As I’ve been visiting different bonsai clubs this year, I’ve had the opportunity to meet a lot of enthusiasts who are relatively new to bonsai. This has led me to think about the tips, techniques and areas of study that would be relevant for someone starting out in bonsai.
What I’ve come up with is a list of ten things for beginners to work on.
Nine are easy; one is hard. All ten require work.
The idea is to provide a starting point for anyone who wants to create beautiful bonsai or come to a workshop prepared to learn more. With this knowledge, you can keep your trees healthy for years.
Over the next few weeks, I’ll cover each item on the list, beginning with the most fundamental topics and progressing to more technical ones.
Do note that simply reading these posts will not make your trees better. Learning how to care for and work on your trees and then applying that knowledge will.
Identifying an appropriate environment for your bonsai
Last week a friend asked if he could grow white pines in San Francisco. It was a good question, and I didn’t have a good answer. I know that white pines that have been grafted onto black pines do well, and I know that only some white pine varieties do well in the Bay Area – possibly because we lack the cold temperatures that trigger winter dormancy. What I didn’t know is anyone with a lot of experience growing white pines in San Francisco.
White pine bonsai at Taisho-en
This led me to do some research about where white pines thrive – in general, up in the mountains where winter is cold.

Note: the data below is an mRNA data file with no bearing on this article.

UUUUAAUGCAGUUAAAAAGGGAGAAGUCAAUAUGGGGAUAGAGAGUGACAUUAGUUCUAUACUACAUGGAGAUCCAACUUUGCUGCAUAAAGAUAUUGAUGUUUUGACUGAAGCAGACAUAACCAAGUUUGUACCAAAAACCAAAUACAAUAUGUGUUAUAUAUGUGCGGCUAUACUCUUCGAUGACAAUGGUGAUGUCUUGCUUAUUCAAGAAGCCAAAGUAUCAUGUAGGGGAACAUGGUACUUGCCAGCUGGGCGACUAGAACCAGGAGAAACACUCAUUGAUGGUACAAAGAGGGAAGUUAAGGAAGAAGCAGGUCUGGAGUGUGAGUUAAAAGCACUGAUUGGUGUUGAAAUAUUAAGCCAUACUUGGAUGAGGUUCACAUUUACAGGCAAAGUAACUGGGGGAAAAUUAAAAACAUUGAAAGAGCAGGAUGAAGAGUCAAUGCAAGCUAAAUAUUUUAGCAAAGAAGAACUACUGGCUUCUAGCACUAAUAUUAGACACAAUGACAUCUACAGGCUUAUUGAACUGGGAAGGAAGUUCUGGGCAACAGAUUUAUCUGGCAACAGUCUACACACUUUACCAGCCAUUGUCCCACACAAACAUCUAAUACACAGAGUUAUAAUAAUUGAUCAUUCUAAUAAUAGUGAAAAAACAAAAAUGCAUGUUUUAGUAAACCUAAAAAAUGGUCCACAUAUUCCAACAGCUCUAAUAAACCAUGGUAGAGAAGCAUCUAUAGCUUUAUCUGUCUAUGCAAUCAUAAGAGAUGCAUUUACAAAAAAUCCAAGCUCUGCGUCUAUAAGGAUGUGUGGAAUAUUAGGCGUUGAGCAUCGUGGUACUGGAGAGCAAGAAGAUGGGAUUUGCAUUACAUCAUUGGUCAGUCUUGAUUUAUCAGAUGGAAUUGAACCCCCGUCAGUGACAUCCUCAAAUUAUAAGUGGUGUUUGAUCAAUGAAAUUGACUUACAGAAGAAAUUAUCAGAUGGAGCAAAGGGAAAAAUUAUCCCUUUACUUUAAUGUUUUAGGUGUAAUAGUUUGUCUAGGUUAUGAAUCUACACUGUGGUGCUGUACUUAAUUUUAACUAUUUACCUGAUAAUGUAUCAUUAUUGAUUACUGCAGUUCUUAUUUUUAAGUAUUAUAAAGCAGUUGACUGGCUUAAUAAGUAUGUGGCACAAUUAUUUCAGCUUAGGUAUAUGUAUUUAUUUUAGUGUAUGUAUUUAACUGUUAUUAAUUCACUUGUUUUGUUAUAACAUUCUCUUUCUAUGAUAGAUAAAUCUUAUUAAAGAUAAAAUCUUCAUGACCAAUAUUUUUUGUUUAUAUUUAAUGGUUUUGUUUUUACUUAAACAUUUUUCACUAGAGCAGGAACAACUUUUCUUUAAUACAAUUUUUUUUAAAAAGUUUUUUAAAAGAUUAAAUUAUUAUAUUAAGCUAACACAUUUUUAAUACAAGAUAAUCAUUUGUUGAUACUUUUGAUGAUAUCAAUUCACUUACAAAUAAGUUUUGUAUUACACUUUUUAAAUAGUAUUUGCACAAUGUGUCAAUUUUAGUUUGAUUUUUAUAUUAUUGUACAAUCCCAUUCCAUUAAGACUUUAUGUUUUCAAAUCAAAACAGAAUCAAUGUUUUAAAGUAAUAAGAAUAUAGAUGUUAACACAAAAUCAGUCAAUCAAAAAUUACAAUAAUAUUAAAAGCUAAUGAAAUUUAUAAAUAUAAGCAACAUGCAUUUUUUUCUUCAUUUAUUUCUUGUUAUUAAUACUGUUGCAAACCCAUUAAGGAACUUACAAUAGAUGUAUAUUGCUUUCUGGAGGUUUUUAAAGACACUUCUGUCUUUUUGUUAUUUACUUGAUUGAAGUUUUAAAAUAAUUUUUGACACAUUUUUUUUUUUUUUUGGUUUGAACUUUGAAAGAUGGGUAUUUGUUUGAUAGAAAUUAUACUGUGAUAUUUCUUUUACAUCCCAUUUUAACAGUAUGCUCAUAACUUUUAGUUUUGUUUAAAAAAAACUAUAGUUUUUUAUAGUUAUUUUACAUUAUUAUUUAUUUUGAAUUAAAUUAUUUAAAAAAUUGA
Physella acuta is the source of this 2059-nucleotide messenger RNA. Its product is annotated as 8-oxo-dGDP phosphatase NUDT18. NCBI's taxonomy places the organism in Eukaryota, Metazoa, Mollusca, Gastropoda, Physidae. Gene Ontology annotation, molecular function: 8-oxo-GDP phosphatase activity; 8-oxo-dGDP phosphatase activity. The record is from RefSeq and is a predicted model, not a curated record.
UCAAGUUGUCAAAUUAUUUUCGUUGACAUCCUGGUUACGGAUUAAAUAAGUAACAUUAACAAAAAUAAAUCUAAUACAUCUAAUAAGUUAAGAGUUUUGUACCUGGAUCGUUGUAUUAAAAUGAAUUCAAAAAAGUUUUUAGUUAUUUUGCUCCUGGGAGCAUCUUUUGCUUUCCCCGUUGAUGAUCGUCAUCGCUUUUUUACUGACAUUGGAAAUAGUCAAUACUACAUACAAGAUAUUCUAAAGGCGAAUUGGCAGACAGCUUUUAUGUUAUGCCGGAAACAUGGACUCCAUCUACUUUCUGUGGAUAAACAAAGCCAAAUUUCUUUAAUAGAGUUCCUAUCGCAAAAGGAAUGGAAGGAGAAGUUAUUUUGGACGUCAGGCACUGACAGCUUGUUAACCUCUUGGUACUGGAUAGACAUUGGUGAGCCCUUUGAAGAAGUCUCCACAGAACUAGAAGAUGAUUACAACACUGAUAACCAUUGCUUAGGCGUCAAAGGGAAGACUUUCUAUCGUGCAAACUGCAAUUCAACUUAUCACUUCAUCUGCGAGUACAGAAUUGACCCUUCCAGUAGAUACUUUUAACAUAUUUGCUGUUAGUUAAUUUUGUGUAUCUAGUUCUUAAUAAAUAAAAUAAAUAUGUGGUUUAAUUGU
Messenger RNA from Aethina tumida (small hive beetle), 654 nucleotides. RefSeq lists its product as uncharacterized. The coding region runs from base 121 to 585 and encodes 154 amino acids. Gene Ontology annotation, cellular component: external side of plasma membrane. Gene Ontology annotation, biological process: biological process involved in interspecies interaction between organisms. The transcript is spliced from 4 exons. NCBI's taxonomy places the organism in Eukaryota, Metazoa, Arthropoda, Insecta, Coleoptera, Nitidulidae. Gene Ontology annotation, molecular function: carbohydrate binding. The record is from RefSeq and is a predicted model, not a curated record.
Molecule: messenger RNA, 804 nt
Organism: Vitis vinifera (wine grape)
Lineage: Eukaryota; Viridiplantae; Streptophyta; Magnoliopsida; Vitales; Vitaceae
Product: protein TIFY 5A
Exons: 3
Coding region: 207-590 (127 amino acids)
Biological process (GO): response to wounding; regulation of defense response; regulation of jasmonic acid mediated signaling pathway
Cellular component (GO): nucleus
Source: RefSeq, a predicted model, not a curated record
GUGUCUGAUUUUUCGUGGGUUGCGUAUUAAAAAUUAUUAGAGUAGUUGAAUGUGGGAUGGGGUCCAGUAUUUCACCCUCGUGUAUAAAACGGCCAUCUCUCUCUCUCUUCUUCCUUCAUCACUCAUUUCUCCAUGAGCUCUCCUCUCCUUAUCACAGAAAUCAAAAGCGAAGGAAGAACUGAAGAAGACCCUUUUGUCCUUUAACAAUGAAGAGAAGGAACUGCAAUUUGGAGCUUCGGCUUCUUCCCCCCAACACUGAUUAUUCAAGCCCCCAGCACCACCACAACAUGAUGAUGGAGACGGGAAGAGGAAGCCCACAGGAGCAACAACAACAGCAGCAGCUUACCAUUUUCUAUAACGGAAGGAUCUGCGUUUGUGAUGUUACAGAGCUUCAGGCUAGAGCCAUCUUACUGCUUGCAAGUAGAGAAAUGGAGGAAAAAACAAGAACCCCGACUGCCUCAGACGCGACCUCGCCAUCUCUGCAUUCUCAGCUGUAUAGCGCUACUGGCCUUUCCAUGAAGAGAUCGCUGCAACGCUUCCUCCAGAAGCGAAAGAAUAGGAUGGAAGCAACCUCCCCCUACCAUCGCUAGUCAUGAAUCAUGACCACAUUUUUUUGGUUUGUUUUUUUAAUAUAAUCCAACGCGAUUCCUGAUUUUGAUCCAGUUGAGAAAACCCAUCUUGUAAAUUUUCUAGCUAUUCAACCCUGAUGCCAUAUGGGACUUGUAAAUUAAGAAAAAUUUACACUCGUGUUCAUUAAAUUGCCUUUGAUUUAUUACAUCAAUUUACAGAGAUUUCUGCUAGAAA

White pines growing on a rock outcropping in Japan
I also called and wrote several people that lived in or worked on bonsai in San Francisco to see if they had experience with the variety.
The short answer is that I’ve heard mixed reviews about whether white pines can grow well in San Francisco.
The point in sharing this story is that no matter how much bonsai know-how one has, it’s no good if one’s trees aren’t well suited to their environment.
How can you determine the best environment for your bonsai? That’s where the research comes in.
The easiest starting point is to check with a friend or nurseryman who has direct experience with the variety in your climate. Local bonsai clubs are an ideal resource for this.
Online searches can also yield great results. I frequently consult Wikipedia, commercial, and university websites when researching how and where plants grow. Bonsai and other plant-related forums are also worth consulting (ask.bonsaitonight.com is one example).
White pine in the workshop at Aichi-en
If you’re not already familiar with the USDA Plant Hardiness Zone Map, now’s a great time to become acquainted as many plant resources refer to these zones.
One note of caution about the zone map – potted plants may not be as hardy as their counterparts growing in the ground. Because bonsai grow in containers, the roots are often exposed to much colder temperatures than they would be were they planted in the ground.
Once you’ve determined whether or not a given tree is a good fit for your climate, it’s important to determine how much sun it needs and how much exposure to wind it can tolerate.
Most of my conifers grow year-round in full sun. In summer, I use 30% shade cloth to shelter deciduous varieties like stewartia and Japanese maple.
I’ve come to this approach through years of experiments and consultation with local bonsai enthusiasts, yet I still move trees around the garden every year in an effort to provide the best conditions for each tree.
White pine in the garden at Daiju-en
That’s it for the first item on the list: how to identify an appropriate environment for your bonsai. It’s not hard work, but finding answer to this question can require some effort. Most items on the list will be similar in this regard.
Next up: How to evaluate water needs
(Article updated 12/7/16 in light of Brian Shindler’s comment that white pines haven’t done well in San Francisco. The original version suggested that white pines could grow, albeit slowly, in San Francisco.)
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